There is an enormous selection of plugins for WordPress that provide unique features. Furthermore, you may enhance your WordPress website with additional features using plugins without altering the main code.
Even though there are a ton of paid and free plugins accessible, there can be times when you require a certain WordPress feature that isn’t offered. You might have to create your own WordPress plugin to do that.
What you’ll need to make a WordPress plugin is as follows:
To facilitate a smooth WordPress migration, modifying code involves connecting the text editor to your FTP server after installation. If you need assistance, refer to our guide on using Notepad++ to connect to FTP.
The plugin file should be uploaded to your website by configuring an FTP client. The FileZilla FTP program is easy to set up. Therefore, we suggest using it.
Last, but not least, confirm that your WordPress installation is operational and current. If you’ve turned off automatic updates, there are a few ways to update the core WordPress files. To prevent data loss, backup your WordPress files before updating the site.
As an alternative, think about setting up WordPress locally. With this strategy, you may test your plugin without users seeing it immediately because it doesn’t require an actual website with a domain name and hosting plan.
Your plugin development process will benefit from having a basic understanding of PHP. Writing a new function and calling pre-existing WordPress core functions are required. You should understand file organization and PHP naming rules.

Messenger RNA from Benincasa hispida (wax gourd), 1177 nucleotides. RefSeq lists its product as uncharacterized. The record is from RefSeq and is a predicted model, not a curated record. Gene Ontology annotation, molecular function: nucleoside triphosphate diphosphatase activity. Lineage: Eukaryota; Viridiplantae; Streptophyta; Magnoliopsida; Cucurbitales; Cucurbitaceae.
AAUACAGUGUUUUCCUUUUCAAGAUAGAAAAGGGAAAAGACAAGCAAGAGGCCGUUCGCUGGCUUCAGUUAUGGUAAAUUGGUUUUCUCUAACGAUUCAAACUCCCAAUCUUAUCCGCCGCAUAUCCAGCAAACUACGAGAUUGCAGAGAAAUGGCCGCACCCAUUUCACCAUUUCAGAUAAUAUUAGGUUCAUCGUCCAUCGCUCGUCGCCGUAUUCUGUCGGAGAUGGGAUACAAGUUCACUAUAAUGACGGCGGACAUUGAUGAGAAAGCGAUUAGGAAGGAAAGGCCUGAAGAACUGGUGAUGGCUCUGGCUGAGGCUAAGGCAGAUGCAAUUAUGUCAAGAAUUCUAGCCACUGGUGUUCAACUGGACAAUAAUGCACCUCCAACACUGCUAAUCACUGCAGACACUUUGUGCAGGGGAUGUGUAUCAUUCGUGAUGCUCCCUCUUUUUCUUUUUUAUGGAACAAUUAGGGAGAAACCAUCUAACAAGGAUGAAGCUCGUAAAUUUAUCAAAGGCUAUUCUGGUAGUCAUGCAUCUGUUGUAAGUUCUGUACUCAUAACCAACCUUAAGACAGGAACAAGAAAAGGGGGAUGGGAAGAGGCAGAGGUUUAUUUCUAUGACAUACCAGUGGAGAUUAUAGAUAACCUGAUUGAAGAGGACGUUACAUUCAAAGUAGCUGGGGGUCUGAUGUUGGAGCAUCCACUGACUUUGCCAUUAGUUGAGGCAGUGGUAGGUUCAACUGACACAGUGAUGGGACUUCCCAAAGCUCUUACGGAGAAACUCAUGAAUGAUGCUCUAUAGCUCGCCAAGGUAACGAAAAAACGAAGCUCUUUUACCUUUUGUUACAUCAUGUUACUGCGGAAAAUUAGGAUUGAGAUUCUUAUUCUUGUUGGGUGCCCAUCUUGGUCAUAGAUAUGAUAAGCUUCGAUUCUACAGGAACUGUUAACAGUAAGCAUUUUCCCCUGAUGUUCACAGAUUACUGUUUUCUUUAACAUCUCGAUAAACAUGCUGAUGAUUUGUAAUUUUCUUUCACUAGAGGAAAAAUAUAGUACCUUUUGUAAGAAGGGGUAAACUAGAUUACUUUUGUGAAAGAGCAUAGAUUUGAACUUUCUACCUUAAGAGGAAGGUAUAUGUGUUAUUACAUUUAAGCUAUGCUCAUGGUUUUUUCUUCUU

Creating a custom WordPress plugin according to your brand theme involves a few steps.
Here’s a basic outline to get you started:
Remember to consult the WordPress Plugin Developer Handbook for detailed information and best practices.
You may include plugin-like functionality into your theme with the functions.php file, which is included in most themes if you’ve ever tinkered with them. This file provides you with a lot of control. So, what use is a plugin if we already have this functions.php file? When is the right time to use one and when to make our own? This is a more ambiguous situation than you may imagine, and the solution will frequently rely on your needs. You may safely change the default excerpt length of your articles in functions.php if that’s all you want to do. A plugin could be a better fit for your needs if you’re looking for something that allows people on your website to communicate and become friends.
The primary distinction is that whenever you switch themes, any modifications you have made to functions.php will be lost, whereas a plugin’s functionality continues independent of the theme you have activated. Additionally, it’s sometimes easier to bundle comparable functionality into a plugin rather than leaving functions.php full of code.
It may be simpler to divide your plugin into several files and directories when developing extensive features. Although it’s up to you, you may simplify your life by heeding wise advices.